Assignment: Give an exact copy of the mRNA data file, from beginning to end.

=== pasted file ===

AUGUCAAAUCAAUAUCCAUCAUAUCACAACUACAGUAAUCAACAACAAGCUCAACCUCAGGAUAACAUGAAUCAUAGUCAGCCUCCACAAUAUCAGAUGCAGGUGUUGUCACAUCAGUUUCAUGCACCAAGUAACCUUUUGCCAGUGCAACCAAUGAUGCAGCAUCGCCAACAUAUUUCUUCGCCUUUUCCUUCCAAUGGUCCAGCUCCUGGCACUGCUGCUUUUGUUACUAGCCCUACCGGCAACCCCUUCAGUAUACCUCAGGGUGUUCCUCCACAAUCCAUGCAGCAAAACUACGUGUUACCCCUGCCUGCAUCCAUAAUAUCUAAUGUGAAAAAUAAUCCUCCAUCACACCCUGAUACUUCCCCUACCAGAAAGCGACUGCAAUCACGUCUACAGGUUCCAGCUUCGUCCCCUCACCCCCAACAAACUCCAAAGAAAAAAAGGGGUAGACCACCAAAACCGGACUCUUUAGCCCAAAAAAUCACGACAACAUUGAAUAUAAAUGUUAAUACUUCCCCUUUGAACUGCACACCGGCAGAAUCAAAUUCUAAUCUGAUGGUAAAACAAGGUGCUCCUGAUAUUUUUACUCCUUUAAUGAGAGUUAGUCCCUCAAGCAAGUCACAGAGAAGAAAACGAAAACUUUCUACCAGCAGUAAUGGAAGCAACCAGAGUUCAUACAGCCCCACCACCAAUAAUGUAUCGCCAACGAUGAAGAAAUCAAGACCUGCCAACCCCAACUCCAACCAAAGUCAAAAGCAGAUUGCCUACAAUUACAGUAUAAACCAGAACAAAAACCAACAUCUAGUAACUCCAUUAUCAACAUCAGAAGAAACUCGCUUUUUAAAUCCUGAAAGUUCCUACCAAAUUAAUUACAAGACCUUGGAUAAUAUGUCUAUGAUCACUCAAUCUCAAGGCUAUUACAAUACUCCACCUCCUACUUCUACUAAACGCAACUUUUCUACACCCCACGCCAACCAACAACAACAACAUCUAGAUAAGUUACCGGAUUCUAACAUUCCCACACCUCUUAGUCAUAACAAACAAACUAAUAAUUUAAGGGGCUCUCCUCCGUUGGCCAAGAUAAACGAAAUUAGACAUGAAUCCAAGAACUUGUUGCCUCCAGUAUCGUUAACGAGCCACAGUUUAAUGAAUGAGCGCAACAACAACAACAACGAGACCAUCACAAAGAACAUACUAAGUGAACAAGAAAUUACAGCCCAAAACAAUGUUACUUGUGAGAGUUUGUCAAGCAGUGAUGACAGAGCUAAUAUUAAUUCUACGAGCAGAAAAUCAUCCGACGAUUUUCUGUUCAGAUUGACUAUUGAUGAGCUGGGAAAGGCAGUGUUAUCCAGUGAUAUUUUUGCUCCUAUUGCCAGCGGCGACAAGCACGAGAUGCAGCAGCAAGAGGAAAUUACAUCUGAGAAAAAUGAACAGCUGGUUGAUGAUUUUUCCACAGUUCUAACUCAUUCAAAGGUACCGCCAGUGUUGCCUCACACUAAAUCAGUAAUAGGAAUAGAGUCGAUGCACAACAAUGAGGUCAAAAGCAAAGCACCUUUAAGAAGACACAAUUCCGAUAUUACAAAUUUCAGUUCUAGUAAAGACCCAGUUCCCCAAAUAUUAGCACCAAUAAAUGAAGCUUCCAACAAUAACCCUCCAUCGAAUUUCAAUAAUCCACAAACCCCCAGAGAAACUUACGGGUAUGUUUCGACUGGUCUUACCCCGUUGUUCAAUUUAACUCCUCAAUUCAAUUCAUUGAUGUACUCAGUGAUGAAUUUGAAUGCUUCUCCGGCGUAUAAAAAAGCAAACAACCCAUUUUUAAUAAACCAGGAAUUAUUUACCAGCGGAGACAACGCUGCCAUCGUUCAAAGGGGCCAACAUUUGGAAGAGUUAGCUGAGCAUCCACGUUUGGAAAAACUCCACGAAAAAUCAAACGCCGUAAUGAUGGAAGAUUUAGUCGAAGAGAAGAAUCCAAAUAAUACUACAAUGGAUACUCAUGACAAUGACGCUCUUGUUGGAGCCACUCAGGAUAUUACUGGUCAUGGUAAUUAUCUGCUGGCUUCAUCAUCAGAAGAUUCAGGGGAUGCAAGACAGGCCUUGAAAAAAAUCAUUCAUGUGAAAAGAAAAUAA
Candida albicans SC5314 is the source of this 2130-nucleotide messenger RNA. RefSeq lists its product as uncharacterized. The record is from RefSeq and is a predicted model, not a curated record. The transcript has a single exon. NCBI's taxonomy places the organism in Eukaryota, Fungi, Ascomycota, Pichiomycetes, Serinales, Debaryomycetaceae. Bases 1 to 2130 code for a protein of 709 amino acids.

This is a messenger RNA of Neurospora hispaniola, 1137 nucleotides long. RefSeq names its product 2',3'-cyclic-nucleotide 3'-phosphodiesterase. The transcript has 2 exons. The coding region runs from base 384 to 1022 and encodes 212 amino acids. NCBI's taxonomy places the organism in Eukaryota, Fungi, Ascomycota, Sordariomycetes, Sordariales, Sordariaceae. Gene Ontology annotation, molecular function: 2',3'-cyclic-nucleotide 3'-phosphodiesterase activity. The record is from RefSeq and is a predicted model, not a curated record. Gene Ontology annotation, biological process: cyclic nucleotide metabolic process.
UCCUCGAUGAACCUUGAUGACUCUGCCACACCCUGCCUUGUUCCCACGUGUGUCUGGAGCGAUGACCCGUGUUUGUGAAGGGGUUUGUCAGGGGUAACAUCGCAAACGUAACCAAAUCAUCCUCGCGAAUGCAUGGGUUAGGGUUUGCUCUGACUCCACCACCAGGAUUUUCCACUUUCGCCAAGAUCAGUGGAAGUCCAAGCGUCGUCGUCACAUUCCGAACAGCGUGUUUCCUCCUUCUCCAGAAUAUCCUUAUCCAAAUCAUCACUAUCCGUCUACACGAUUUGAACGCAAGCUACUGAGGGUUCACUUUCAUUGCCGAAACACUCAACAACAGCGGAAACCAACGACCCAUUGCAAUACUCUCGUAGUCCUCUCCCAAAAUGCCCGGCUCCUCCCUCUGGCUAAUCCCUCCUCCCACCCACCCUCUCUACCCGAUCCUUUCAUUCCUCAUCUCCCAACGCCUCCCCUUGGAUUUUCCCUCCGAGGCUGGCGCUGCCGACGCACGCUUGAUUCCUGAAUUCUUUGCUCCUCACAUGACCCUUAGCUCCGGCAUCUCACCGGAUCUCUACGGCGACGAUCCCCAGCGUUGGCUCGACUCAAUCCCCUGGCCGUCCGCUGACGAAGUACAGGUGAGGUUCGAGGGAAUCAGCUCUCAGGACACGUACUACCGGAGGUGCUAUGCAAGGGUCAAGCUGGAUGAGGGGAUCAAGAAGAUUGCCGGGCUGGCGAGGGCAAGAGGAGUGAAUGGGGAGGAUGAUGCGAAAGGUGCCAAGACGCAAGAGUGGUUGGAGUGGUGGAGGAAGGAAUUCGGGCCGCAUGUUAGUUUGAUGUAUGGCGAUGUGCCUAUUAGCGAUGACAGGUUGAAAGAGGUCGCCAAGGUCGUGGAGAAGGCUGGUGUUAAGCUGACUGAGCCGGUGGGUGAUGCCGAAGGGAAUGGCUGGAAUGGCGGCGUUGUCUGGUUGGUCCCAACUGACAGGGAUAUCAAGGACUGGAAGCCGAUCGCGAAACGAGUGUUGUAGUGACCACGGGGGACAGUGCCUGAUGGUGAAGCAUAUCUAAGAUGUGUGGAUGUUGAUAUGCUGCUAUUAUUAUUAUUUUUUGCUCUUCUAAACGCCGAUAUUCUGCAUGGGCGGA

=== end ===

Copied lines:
AUGUCAAAUCAAUAUCCAUCAUAUCACAACUACAGUAAUCAACAACAAGCUCAACCUCAGGAUAACAUGAAUCAUAGUCAGCCUCCACAAUAUCAGAUGCAGGUGUUGUCACAUCAGUUUCAUGCACCAAGUAACCUUUUGCCAGUGCAACCAAUGAUGCAGCAUCGCCAACAUAUUUCUUCGCCUUUUCCUUCCAAUGGUCCAGCUCCUGGCACUGCUGCUUUUGUUACUAGCCCUACCGGCAACCCCUUCAGUAUACCUCAGGGUGUUCCUCCACAAUCCAUGCAGCAAAACUACGUGUUACCCCUGCCUGCAUCCAUAAUAUCUAAUGUGAAAAAUAAUCCUCCAUCACACCCUGAUACUUCCCCUACCAGAAAGCGACUGCAAUCACGUCUACAGGUUCCAGCUUCGUCCCCUCACCCCCAACAAACUCCAAAGAAAAAAAGGGGUAGACCACCAAAACCGGACUCUUUAGCCCAAAAAAUCACGACAACAUUGAAUAUAAAUGUUAAUACUUCCCCUUUGAACUGCACACCGGCAGAAUCAAAUUCUAAUCUGAUGGUAAAACAAGGUGCUCCUGAUAUUUUUACUCCUUUAAUGAGAGUUAGUCCCUCAAGCAAGUCACAGAGAAGAAAACGAAAACUUUCUACCAGCAGUAAUGGAAGCAACCAGAGUUCAUACAGCCCCACCACCAAUAAUGUAUCGCCAACGAUGAAGAAAUCAAGACCUGCCAACCCCAACUCCAACCAAAGUCAAAAGCAGAUUGCCUACAAUUACAGUAUAAACCAGAACAAAAACCAACAUCUAGUAACUCCAUUAUCAACAUCAGAAGAAACUCGCUUUUUAAAUCCUGAAAGUUCCUACCAAAUUAAUUACAAGACCUUGGAUAAUAUGUCUAUGAUCACUCAAUCUCAAGGCUAUUACAAUACUCCACCUCCUACUUCUACUAAACGCAACUUUUCUACACCCCACGCCAACCAACAACAACAACAUCUAGAUAAGUUACCGGAUUCUAACAUUCCCACACCUCUUAGUCAUAACAAACAAACUAAUAAUUUAAGGGGCUCUCCUCCGUUGGCCAAGAUAAACGAAAUUAGACAUGAAUCCAAGAACUUGUUGCCUCCAGUAUCGUUAACGAGCCACAGUUUAAUGAAUGAGCGCAACAACAACAACAACGAGACCAUCACAAAGAACAUACUAAGUGAACAAGAAAUUACAGCCCAAAACAAUGUUACUUGUGAGAGUUUGUCAAGCAGUGAUGACAGAGCUAAUAUUAAUUCUACGAGCAGAAAAUCAUCCGACGAUUUUCUGUUCAGAUUGACUAUUGAUGAGCUGGGAAAGGCAGUGUUAUCCAGUGAUAUUUUUGCUCCUAUUGCCAGCGGCGACAAGCACGAGAUGCAGCAGCAAGAGGAAAUUACAUCUGAGAAAAAUGAACAGCUGGUUGAUGAUUUUUCCACAGUUCUAACUCAUUCAAAGGUACCGCCAGUGUUGCCUCACACUAAAUCAGUAAUAGGAAUAGAGUCGAUGCACAACAAUGAGGUCAAAAGCAAAGCACCUUUAAGAAGACACAAUUCCGAUAUUACAAAUUUCAGUUCUAGUAAAGACCCAGUUCCCCAAAUAUUAGCACCAAUAAAUGAAGCUUCCAACAAUAACCCUCCAUCGAAUUUCAAUAAUCCACAAACCCCCAGAGAAACUUACGGGUAUGUUUCGACUGGUCUUACCCCGUUGUUCAAUUUAACUCCUCAAUUCAAUUCAUUGAUGUACUCAGUGAUGAAUUUGAAUGCUUCUCCGGCGUAUAAAAAAGCAAACAACCCAUUUUUAAUAAACCAGGAAUUAUUUACCAGCGGAGACAACGCUGCCAUCGUUCAAAGGGGCCAACAUUUGGAAGAGUUAGCUGAGCAUCCACGUUUGGAAAAACUCCACGAAAAAUCAAACGCCGUAAUGAUGGAAGAUUUAGUCGAAGAGAAGAAUCCAAAUAAUACUACAAUGGAUACUCAUGACAAUGACGCUCUUGUUGGAGCCACUCAGGAUAUUACUGGUCAUGGUAAUUAUCUGCUGGCUUCAUCAUCAGAAGAUUCAGGGGAUGCAAGACAGGCCUUGAAAAAAAUCAUUCAUGUGAAAAGAAAAUAA
Candida albicans SC5314 is the source of this 2130-nucleotide messenger RNA. RefSeq lists its product as uncharacterized. The record is from RefSeq and is a predicted model, not a curated record. The transcript has a single exon. NCBI's taxonomy places the organism in Eukaryota, Fungi, Ascomycota, Pichiomycetes, Serinales, Debaryomycetaceae. Bases 1 to 2130 code for a protein of 709 amino acids.

This is a messenger RNA of Neurospora hispaniola, 1137 nucleotides long. RefSeq names its product 2',3'-cyclic-nucleotide 3'-phosphodiesterase. The transcript has 2 exons. The coding region runs from base 384 to 1022 and encodes 212 amino acids. NCBI's taxonomy places the organism in Eukaryota, Fungi, Ascomycota, Sordariomycetes, Sordariales, Sordariaceae. Gene Ontology annotation, molecular function: 2',3'-cyclic-nucleotide 3'-phosphodiesterase activity. The record is from RefSeq and is a predicted model, not a curated record. Gene Ontology annotation, biological process: cyclic nucleotide metabolic process.
UCCUCGAUGAACCUUGAUGACUCUGCCACACCCUGCCUUGUUCCCACGUGUGUCUGGAGCGAUGACCCGUGUUUGUGAAGGGGUUUGUCAGGGGUAACAUCGCAAACGUAACCAAAUCAUCCUCGCGAAUGCAUGGGUUAGGGUUUGCUCUGACUCCACCACCAGGAUUUUCCACUUUCGCCAAGAUCAGUGGAAGUCCAAGCGUCGUCGUCACAUUCCGAACAGCGUGUUUCCUCCUUCUCCAGAAUAUCCUUAUCCAAAUCAUCACUAUCCGUCUACACGAUUUGAACGCAAGCUACUGAGGGUUCACUUUCAUUGCCGAAACACUCAACAACAGCGGAAACCAACGACCCAUUGCAAUACUCUCGUAGUCCUCUCCCAAAAUGCCCGGCUCCUCCCUCUGGCUAAUCCCUCCUCCCACCCACCCUCUCUACCCGAUCCUUUCAUUCCUCAUCUCCCAACGCCUCCCCUUGGAUUUUCCCUCCGAGGCUGGCGCUGCCGACGCACGCUUGAUUCCUGAAUUCUUUGCUCCUCACAUGACCCUUAGCUCCGGCAUCUCACCGGAUCUCUACGGCGACGAUCCCCAGCGUUGGCUCGACUCAAUCCCCUGGCCGUCCGCUGACGAAGUACAGGUGAGGUUCGAGGGAAUCAGCUCUCAGGACACGUACUACCGGAGGUGCUAUGCAAGGGUCAAGCUGGAUGAGGGGAUCAAGAAGAUUGCCGGGCUGGCGAGGGCAAGAGGAGUGAAUGGGGAGGAUGAUGCGAAAGGUGCCAAGACGCAAGAGUGGUUGGAGUGGUGGAGGAAGGAAUUCGGGCCGCAUGUUAGUUUGAUGUAUGGCGAUGUGCCUAUUAGCGAUGACAGGUUGAAAGAGGUCGCCAAGGUCGUGGAGAAGGCUGGUGUUAAGCUGACUGAGCCGGUGGGUGAUGCCGAAGGGAAUGGCUGGAAUGGCGGCGUUGUCUGGUUGGUCCCAACUGACAGGGAUAUCAAGGACUGGAAGCCGAUCGCGAAACGAGUGUUGUAGUGACCACGGGGGACAGUGCCUGAUGGUGAAGCAUAUCUAAGAUGUGUGGAUGUUGAUAUGCUGCUAUUAUUAUUAUUUUUUGCUCUUCUAAACGCCGAUAUUCUGCAUGGGCGGA